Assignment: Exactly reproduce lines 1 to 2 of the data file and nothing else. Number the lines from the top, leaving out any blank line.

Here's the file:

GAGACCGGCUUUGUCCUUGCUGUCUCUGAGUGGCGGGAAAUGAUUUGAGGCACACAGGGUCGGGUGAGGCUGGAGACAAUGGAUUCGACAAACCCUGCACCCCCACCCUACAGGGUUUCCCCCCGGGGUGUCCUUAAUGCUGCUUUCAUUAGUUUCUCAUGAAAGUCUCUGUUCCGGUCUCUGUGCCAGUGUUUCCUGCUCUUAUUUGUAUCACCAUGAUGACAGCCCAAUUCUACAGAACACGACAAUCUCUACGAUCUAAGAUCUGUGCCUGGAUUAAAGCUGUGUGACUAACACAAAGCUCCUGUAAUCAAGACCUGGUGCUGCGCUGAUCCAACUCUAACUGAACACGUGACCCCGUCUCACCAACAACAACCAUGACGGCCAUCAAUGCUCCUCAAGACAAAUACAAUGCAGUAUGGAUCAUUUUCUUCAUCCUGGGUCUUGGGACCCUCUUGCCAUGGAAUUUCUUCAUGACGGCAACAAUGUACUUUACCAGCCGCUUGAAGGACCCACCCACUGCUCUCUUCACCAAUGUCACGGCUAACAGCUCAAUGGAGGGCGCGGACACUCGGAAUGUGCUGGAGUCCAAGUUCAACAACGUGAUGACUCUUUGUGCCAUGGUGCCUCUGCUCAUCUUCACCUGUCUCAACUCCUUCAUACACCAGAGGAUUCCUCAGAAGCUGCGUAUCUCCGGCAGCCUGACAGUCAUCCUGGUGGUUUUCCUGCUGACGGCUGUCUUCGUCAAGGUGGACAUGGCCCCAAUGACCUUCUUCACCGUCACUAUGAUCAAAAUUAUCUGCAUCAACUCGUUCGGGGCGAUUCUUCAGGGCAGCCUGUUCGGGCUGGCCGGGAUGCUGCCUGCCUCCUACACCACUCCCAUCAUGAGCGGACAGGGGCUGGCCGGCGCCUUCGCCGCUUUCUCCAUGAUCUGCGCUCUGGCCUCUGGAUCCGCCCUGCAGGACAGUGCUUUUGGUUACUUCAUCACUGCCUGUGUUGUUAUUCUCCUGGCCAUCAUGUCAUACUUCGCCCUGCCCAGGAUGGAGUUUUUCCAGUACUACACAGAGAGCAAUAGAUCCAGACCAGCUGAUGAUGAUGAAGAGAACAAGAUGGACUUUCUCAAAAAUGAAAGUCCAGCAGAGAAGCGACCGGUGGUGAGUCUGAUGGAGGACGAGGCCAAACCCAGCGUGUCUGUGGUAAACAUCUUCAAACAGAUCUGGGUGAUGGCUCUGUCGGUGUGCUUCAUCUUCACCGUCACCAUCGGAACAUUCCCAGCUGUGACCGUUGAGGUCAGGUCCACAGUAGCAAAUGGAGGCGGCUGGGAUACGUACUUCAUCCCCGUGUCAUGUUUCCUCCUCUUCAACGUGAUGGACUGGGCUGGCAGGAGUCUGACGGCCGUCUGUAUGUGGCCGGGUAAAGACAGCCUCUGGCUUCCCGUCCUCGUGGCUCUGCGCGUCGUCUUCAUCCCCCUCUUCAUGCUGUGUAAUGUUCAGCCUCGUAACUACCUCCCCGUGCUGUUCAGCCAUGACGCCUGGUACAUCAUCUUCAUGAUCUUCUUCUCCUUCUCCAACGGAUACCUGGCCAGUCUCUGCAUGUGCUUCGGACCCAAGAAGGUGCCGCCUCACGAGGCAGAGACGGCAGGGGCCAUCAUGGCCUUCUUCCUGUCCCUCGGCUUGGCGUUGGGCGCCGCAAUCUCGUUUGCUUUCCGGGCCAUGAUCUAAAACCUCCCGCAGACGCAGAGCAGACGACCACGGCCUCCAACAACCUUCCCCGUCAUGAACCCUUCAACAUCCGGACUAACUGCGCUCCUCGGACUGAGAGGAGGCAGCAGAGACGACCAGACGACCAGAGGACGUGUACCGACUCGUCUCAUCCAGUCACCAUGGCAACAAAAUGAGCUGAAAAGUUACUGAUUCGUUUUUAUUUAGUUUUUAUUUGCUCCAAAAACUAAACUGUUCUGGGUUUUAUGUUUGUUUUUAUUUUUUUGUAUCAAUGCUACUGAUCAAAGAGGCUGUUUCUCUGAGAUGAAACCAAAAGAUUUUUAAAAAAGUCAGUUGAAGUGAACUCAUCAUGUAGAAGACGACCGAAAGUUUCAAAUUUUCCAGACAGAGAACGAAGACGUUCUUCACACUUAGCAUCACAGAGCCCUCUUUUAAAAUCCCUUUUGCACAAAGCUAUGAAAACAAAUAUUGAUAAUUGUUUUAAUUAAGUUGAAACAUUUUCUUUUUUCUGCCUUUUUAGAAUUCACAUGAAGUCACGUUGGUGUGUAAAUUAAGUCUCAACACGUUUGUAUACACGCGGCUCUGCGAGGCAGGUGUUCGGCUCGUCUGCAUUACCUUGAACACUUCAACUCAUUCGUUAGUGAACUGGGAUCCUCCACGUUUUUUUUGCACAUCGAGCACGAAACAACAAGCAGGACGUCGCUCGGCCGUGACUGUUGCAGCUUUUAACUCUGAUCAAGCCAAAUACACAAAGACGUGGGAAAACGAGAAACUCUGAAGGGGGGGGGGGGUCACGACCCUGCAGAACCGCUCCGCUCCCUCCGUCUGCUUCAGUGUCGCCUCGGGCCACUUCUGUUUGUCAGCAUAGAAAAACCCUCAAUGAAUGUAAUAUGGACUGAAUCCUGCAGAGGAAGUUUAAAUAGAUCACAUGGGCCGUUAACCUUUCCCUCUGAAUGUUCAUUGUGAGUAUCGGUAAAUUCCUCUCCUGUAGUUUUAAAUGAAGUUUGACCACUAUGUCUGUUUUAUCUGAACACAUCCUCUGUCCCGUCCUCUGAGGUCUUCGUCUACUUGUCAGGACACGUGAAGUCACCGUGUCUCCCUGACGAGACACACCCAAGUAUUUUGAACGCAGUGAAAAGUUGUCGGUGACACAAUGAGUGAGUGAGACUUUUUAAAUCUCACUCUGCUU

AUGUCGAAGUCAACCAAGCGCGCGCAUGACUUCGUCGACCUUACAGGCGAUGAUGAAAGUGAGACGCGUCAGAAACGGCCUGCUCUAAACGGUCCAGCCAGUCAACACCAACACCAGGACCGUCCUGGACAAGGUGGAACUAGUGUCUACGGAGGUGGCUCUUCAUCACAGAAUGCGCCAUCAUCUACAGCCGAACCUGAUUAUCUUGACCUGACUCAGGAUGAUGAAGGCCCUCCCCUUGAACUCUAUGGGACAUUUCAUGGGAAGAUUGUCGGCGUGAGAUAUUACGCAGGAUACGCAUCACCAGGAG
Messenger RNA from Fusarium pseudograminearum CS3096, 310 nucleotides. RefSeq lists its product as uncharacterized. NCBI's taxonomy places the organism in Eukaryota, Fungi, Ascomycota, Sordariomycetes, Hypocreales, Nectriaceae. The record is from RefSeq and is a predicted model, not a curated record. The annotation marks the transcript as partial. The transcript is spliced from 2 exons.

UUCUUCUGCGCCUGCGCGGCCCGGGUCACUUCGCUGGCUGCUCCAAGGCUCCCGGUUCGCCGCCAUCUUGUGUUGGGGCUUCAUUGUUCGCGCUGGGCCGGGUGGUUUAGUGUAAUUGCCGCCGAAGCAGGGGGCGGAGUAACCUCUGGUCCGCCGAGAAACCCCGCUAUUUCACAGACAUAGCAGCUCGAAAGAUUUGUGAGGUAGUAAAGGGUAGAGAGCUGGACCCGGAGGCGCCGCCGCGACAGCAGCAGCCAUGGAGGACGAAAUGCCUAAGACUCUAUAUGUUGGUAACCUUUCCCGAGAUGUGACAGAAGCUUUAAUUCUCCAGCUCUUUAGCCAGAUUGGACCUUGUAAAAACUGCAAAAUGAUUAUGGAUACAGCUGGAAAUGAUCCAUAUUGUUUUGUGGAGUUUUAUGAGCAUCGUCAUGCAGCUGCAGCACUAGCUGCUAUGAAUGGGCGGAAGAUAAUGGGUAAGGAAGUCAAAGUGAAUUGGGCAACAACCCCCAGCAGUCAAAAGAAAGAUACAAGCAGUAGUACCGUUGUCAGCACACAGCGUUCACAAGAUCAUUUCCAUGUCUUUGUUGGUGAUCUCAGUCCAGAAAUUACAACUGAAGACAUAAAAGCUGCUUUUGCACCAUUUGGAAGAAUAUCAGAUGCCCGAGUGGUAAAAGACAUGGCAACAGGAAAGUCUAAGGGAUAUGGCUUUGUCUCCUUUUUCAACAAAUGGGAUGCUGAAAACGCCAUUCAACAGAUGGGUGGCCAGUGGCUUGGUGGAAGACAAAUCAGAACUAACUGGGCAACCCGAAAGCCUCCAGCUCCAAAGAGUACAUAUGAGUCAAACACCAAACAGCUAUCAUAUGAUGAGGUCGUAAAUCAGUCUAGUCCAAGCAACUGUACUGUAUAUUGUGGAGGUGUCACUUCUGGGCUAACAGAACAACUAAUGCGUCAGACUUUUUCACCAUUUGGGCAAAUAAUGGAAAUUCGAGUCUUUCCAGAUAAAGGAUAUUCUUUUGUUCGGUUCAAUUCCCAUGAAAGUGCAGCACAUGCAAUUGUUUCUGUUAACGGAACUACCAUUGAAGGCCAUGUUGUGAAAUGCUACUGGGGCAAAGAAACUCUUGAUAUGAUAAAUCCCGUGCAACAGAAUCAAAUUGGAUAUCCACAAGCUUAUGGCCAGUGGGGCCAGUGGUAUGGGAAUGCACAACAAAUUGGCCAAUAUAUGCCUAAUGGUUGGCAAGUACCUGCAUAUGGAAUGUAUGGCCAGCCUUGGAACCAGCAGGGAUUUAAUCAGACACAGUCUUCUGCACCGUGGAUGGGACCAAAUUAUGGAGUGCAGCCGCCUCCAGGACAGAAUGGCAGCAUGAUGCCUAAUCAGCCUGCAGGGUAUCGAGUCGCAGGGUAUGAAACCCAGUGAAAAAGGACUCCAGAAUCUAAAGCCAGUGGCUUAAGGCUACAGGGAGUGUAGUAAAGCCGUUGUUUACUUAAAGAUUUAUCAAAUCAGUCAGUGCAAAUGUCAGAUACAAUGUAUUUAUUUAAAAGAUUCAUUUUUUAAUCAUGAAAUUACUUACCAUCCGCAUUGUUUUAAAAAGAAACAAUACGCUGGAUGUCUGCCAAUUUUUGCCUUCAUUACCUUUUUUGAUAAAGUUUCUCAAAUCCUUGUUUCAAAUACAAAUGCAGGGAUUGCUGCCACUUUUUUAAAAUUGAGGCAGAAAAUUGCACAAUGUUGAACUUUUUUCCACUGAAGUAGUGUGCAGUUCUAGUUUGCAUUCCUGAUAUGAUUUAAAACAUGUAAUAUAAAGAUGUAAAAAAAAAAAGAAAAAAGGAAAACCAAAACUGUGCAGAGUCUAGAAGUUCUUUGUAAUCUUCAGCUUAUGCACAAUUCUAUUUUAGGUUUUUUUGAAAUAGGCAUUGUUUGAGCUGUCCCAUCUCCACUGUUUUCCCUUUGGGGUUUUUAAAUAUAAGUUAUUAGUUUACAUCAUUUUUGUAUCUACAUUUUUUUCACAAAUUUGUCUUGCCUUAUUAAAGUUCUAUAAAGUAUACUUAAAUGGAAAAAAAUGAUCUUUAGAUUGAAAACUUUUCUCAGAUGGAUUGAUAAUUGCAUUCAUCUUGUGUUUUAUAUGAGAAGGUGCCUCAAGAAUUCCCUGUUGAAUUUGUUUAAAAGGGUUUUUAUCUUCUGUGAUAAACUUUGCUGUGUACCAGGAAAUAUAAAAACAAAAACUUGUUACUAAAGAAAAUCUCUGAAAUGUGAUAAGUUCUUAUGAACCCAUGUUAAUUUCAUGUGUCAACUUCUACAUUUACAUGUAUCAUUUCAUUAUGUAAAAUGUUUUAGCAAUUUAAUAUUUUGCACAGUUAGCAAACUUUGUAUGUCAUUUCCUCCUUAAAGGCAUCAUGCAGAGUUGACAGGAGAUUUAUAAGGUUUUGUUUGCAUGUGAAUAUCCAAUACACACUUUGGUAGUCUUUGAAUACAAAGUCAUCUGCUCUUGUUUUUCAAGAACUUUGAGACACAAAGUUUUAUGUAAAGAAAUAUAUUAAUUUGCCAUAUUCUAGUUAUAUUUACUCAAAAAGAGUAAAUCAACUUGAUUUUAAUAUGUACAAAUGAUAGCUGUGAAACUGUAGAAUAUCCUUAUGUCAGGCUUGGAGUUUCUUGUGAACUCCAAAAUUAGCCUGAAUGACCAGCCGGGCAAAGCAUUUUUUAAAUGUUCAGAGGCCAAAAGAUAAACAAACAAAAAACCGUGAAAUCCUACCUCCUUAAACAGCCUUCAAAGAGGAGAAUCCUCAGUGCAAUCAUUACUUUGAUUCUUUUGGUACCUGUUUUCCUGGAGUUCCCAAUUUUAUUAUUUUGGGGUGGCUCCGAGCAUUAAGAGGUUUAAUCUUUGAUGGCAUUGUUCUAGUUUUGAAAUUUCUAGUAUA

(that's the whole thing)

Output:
GAGACCGGCUUUGUCCUUGCUGUCUCUGAGUGGCGGGAAAUGAUUUGAGGCACACAGGGUCGGGUGAGGCUGGAGACAAUGGAUUCGACAAACCCUGCACCCCCACCCUACAGGGUUUCCCCCCGGGGUGUCCUUAAUGCUGCUUUCAUUAGUUUCUCAUGAAAGUCUCUGUUCCGGUCUCUGUGCCAGUGUUUCCUGCUCUUAUUUGUAUCACCAUGAUGACAGCCCAAUUCUACAGAACACGACAAUCUCUACGAUCUAAGAUCUGUGCCUGGAUUAAAGCUGUGUGACUAACACAAAGCUCCUGUAAUCAAGACCUGGUGCUGCGCUGAUCCAACUCUAACUGAACACGUGACCCCGUCUCACCAACAACAACCAUGACGGCCAUCAAUGCUCCUCAAGACAAAUACAAUGCAGUAUGGAUCAUUUUCUUCAUCCUGGGUCUUGGGACCCUCUUGCCAUGGAAUUUCUUCAUGACGGCAACAAUGUACUUUACCAGCCGCUUGAAGGACCCACCCACUGCUCUCUUCACCAAUGUCACGGCUAACAGCUCAAUGGAGGGCGCGGACACUCGGAAUGUGCUGGAGUCCAAGUUCAACAACGUGAUGACUCUUUGUGCCAUGGUGCCUCUGCUCAUCUUCACCUGUCUCAACUCCUUCAUACACCAGAGGAUUCCUCAGAAGCUGCGUAUCUCCGGCAGCCUGACAGUCAUCCUGGUGGUUUUCCUGCUGACGGCUGUCUUCGUCAAGGUGGACAUGGCCCCAAUGACCUUCUUCACCGUCACUAUGAUCAAAAUUAUCUGCAUCAACUCGUUCGGGGCGAUUCUUCAGGGCAGCCUGUUCGGGCUGGCCGGGAUGCUGCCUGCCUCCUACACCACUCCCAUCAUGAGCGGACAGGGGCUGGCCGGCGCCUUCGCCGCUUUCUCCAUGAUCUGCGCUCUGGCCUCUGGAUCCGCCCUGCAGGACAGUGCUUUUGGUUACUUCAUCACUGCCUGUGUUGUUAUUCUCCUGGCCAUCAUGUCAUACUUCGCCCUGCCCAGGAUGGAGUUUUUCCAGUACUACACAGAGAGCAAUAGAUCCAGACCAGCUGAUGAUGAUGAAGAGAACAAGAUGGACUUUCUCAAAAAUGAAAGUCCAGCAGAGAAGCGACCGGUGGUGAGUCUGAUGGAGGACGAGGCCAAACCCAGCGUGUCUGUGGUAAACAUCUUCAAACAGAUCUGGGUGAUGGCUCUGUCGGUGUGCUUCAUCUUCACCGUCACCAUCGGAACAUUCCCAGCUGUGACCGUUGAGGUCAGGUCCACAGUAGCAAAUGGAGGCGGCUGGGAUACGUACUUCAUCCCCGUGUCAUGUUUCCUCCUCUUCAACGUGAUGGACUGGGCUGGCAGGAGUCUGACGGCCGUCUGUAUGUGGCCGGGUAAAGACAGCCUCUGGCUUCCCGUCCUCGUGGCUCUGCGCGUCGUCUUCAUCCCCCUCUUCAUGCUGUGUAAUGUUCAGCCUCGUAACUACCUCCCCGUGCUGUUCAGCCAUGACGCCUGGUACAUCAUCUUCAUGAUCUUCUUCUCCUUCUCCAACGGAUACCUGGCCAGUCUCUGCAUGUGCUUCGGACCCAAGAAGGUGCCGCCUCACGAGGCAGAGACGGCAGGGGCCAUCAUGGCCUUCUUCCUGUCCCUCGGCUUGGCGUUGGGCGCCGCAAUCUCGUUUGCUUUCCGGGCCAUGAUCUAAAACCUCCCGCAGACGCAGAGCAGACGACCACGGCCUCCAACAACCUUCCCCGUCAUGAACCCUUCAACAUCCGGACUAACUGCGCUCCUCGGACUGAGAGGAGGCAGCAGAGACGACCAGACGACCAGAGGACGUGUACCGACUCGUCUCAUCCAGUCACCAUGGCAACAAAAUGAGCUGAAAAGUUACUGAUUCGUUUUUAUUUAGUUUUUAUUUGCUCCAAAAACUAAACUGUUCUGGGUUUUAUGUUUGUUUUUAUUUUUUUGUAUCAAUGCUACUGAUCAAAGAGGCUGUUUCUCUGAGAUGAAACCAAAAGAUUUUUAAAAAAGUCAGUUGAAGUGAACUCAUCAUGUAGAAGACGACCGAAAGUUUCAAAUUUUCCAGACAGAGAACGAAGACGUUCUUCACACUUAGCAUCACAGAGCCCUCUUUUAAAAUCCCUUUUGCACAAAGCUAUGAAAACAAAUAUUGAUAAUUGUUUUAAUUAAGUUGAAACAUUUUCUUUUUUCUGCCUUUUUAGAAUUCACAUGAAGUCACGUUGGUGUGUAAAUUAAGUCUCAACACGUUUGUAUACACGCGGCUCUGCGAGGCAGGUGUUCGGCUCGUCUGCAUUACCUUGAACACUUCAACUCAUUCGUUAGUGAACUGGGAUCCUCCACGUUUUUUUUGCACAUCGAGCACGAAACAACAAGCAGGACGUCGCUCGGCCGUGACUGUUGCAGCUUUUAACUCUGAUCAAGCCAAAUACACAAAGACGUGGGAAAACGAGAAACUCUGAAGGGGGGGGGGGGUCACGACCCUGCAGAACCGCUCCGCUCCCUCCGUCUGCUUCAGUGUCGCCUCGGGCCACUUCUGUUUGUCAGCAUAGAAAAACCCUCAAUGAAUGUAAUAUGGACUGAAUCCUGCAGAGGAAGUUUAAAUAGAUCACAUGGGCCGUUAACCUUUCCCUCUGAAUGUUCAUUGUGAGUAUCGGUAAAUUCCUCUCCUGUAGUUUUAAAUGAAGUUUGACCACUAUGUCUGUUUUAUCUGAACACAUCCUCUGUCCCGUCCUCUGAGGUCUUCGUCUACUUGUCAGGACACGUGAAGUCACCGUGUCUCCCUGACGAGACACACCCAAGUAUUUUGAACGCAGUGAAAAGUUGUCGGUGACACAAUGAGUGAGUGAGACUUUUUAAAUCUCACUCUGCUU

AUGUCGAAGUCAACCAAGCGCGCGCAUGACUUCGUCGACCUUACAGGCGAUGAUGAAAGUGAGACGCGUCAGAAACGGCCUGCUCUAAACGGUCCAGCCAGUCAACACCAACACCAGGACCGUCCUGGACAAGGUGGAACUAGUGUCUACGGAGGUGGCUCUUCAUCACAGAAUGCGCCAUCAUCUACAGCCGAACCUGAUUAUCUUGACCUGACUCAGGAUGAUGAAGGCCCUCCCCUUGAACUCUAUGGGACAUUUCAUGGGAAGAUUGUCGGCGUGAGAUAUUACGCAGGAUACGCAUCACCAGGAG